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Indonesia wants more than a nickel for natural resources

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Excavators sit idle in a nickel-mining area on the hill of Pomala village in Southeast Sulawesi province, Indonesia, 2 September 2012. (Photo: REUTERS/Yusuf Ahmad)

In Brief

Indonesian Minister of Investment Bahlil Lahadalia suggested that Indonesia is looking into forming an OPEC-style cartel for nickel and other inputs used in battery production. Nickel is becoming a hot commodity as it is a key input in the manufacture of lithium-ion batteries needed for electric vehicles (EVs) — and Indonesia has the world’s largest nickel ore deposits.


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Given that demand for EVs is expected to balloon in the coming years, countries rich in natural resources are exploring the most expeditious ways to capitalise on the situation.

The idea for an OPEC-style cartel reflects the Indonesian authorities’ desire to leverage its control over a scarce and highly sought-after commodity. They seek a more favourable position on the global technological frontier. Indonesian officials are discontent with the relatively low-value activities of extracting and exporting raw commodities. They want more of the value added during processing and manufacturing. Such value has historically been captured outside of Indonesia.

This was the logic behind a series of recent nickel ore export bans — a strategy that catalysed billions of dollars of investment in Indonesia’s downstream nickel processing industry. With mining and smelting activities increasingly localised, several leading global technology companies have made sizable commitments to invest in battery and EV production in Indonesia. At least in the near-term, the decision to deprive global markets of unprocessed nickel ore achieved its objective of accelerating investment in higher value-added economic activities.

Talk is turning towards building on that success by scaling it up to the level of an OPEC-style cartel. This will allow Indonesia to exercise a greater degree of control over supply and price and maximise economic benefits. It is early days and seems more like a trial balloon than anything, so there are reasons to approach such an idea with caution.

One reason the nickel export bans are working is because they are limited in scope and have a narrow, clearly-defined objective — more downstream investment in Indonesian nickel smelters will lead to more investment in battery and EV production. A global cartel of nickel-producing countries would be much more complex, difficult to organise and could be undercut at any time by a single member or simply by the vagaries of the market.

Not every nickel-producing country is going to have — or be able to achieve — the same objective. This could easily make any such undertaking unwieldy. Canada, a major nickel producer, has already indicated that it would be very unlikely to participate in any such scheme.

Another potential deterrent is that intentionally restricting supply to drive up prices incentivises actors to invest in developing alternative technologies. It would be a big gamble for Indonesia to assume that batteries will always be dependent on nickel. If the price is too high and supply chains become excessively politicised, companies will start looking to develop batteries without nickel — a process that is already underway. An OPEC-style cartel risks accelerating this process while alienating trade and investment partners in the process.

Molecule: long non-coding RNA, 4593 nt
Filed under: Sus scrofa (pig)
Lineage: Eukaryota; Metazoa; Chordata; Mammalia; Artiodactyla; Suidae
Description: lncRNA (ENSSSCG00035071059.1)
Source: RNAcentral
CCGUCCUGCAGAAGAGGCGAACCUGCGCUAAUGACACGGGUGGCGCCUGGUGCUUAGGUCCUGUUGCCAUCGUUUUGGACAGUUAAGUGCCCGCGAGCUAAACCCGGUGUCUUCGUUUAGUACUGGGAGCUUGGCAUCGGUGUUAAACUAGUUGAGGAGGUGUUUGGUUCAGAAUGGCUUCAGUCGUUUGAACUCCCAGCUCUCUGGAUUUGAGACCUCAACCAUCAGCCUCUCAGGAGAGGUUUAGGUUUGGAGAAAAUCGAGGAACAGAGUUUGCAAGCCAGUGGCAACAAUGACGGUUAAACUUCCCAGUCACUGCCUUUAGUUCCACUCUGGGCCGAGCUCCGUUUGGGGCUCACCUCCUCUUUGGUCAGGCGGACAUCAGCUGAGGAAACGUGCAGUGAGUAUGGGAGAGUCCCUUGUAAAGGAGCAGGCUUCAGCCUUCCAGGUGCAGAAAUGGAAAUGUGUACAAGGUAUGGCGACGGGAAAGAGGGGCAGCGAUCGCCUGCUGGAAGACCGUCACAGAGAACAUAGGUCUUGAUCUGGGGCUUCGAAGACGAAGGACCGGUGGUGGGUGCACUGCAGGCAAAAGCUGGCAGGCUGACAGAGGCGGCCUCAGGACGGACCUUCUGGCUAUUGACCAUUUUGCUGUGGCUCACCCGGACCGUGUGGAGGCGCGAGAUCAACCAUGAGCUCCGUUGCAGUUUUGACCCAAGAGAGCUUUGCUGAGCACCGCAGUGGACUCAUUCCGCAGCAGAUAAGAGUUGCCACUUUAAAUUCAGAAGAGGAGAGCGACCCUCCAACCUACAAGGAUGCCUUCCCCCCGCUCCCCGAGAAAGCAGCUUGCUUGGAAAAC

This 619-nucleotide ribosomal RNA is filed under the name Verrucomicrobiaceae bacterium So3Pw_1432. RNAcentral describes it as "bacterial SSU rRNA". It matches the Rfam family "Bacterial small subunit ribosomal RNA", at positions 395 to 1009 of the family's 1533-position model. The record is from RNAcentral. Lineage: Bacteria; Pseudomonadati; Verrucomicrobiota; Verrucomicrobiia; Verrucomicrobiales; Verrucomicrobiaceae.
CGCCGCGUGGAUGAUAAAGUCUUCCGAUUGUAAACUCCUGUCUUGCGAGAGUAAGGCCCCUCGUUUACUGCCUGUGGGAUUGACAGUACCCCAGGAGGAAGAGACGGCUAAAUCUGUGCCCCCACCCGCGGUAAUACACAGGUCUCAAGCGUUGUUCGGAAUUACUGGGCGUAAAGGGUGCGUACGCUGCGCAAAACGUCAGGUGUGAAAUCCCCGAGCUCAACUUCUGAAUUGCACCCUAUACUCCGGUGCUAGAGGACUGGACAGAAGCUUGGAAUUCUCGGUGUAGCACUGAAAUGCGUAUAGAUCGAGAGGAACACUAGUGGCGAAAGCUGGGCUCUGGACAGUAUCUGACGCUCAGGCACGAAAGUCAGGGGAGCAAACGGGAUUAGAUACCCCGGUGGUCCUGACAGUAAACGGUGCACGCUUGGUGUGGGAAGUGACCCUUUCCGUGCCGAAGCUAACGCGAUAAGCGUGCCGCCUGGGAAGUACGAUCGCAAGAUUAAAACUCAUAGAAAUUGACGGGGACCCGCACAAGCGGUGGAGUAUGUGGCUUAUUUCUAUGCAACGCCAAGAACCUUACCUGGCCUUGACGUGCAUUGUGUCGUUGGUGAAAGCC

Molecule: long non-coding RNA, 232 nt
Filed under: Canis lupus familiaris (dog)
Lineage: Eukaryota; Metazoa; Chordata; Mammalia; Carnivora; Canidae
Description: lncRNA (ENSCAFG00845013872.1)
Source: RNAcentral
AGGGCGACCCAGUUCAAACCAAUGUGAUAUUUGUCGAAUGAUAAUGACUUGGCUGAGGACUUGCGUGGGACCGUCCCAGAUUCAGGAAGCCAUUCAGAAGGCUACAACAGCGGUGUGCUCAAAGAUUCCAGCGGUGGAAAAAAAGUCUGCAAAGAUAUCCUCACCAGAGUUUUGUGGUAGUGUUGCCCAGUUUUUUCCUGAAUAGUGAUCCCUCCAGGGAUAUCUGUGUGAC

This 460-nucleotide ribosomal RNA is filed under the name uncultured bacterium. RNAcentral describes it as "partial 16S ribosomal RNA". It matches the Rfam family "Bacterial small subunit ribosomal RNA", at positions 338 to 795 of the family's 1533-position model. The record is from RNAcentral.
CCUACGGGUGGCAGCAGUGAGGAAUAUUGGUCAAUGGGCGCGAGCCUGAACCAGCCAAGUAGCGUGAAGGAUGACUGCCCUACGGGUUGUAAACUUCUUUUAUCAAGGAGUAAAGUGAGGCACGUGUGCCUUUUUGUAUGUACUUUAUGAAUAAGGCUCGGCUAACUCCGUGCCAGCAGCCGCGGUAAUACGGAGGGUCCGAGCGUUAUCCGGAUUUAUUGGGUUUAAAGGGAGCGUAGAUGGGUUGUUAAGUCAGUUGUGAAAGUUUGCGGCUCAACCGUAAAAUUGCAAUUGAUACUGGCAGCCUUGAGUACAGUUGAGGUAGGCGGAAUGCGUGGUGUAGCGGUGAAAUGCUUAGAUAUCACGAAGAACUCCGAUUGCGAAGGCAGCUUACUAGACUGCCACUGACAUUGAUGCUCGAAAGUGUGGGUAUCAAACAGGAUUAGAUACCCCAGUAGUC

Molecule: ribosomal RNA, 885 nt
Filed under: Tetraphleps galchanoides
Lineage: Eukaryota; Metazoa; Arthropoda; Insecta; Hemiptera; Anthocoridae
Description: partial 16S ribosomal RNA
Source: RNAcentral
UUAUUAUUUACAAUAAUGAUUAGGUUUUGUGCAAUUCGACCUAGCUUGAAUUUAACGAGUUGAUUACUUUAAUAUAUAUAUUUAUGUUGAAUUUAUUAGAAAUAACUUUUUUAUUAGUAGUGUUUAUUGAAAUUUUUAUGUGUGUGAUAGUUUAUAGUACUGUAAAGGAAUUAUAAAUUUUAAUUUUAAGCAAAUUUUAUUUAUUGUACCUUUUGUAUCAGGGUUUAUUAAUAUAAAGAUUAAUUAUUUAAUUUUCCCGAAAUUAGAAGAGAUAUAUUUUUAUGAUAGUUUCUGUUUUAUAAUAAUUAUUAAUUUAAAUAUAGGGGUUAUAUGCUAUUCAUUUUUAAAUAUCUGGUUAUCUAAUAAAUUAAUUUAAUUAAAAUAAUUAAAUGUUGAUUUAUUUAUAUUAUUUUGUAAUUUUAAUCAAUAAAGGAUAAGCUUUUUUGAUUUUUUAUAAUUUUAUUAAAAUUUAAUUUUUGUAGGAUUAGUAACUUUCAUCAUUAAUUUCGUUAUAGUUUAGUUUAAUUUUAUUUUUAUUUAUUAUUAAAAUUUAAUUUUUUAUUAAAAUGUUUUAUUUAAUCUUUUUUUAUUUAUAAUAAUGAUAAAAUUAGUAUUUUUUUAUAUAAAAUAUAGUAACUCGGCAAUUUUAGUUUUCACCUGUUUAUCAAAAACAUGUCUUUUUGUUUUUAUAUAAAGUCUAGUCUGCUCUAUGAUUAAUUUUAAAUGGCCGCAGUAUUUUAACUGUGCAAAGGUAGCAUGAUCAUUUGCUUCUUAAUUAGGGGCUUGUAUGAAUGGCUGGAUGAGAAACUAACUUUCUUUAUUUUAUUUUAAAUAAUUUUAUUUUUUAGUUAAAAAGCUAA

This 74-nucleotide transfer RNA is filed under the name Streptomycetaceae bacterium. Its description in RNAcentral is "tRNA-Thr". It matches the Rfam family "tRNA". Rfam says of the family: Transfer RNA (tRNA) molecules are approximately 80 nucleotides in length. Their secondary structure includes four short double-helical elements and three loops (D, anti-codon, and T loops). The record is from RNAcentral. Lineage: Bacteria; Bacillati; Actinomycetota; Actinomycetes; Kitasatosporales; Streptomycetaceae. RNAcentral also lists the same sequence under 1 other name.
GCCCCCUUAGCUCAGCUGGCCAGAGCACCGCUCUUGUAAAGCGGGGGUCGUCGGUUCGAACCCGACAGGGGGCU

The downside of alienating partners for short-term economic gain is also worth considering. Though Indonesia has nickel, it cannot manufacture batteries or EVs without the technology and know-how from mature industry players like China’s CATL, South Korea’s LG Group or Japanese automakers. Indonesia needs their assistance to move up the value chain as much as they need Indonesia’s nickel.

Resource-rich emerging markets like Indonesia have a long history of exploitation by more mature economies, particularly in extractive industries. Indonesia is asserting itself in a more muscular form of economic nationalism as a response, at least in part, to these historical imbalances. This was evident in the blanket export bans on palm oil and coal in early 2022, as high global prices threatened domestic shortages. It is also evident in the way that Indonesia brushed off a World Trade Organization ruling that the nickel ore export ban violates Indonesia’s commitments under the General Agreement on Tariffs and Trade.

The Indonesian government is not afraid to leverage its control over in-demand commodities to achieve important economic objectives. More than anything, Minister of Investment Lahadalia is sending a message about Indonesia’s willingness to intervene in markets and buck the principles of free trade when it is in its national interest.

This is a message that should be listened to carefully and taken seriously. But trying to cartelise the global production and supply of nickel is a step too far and could easily turn into a case of taking a good hand and overplaying it.

James Guild is an Adjunct Fellow at the S Rajaratnam School of International Studies, Nanyang Technological University, Singapore.

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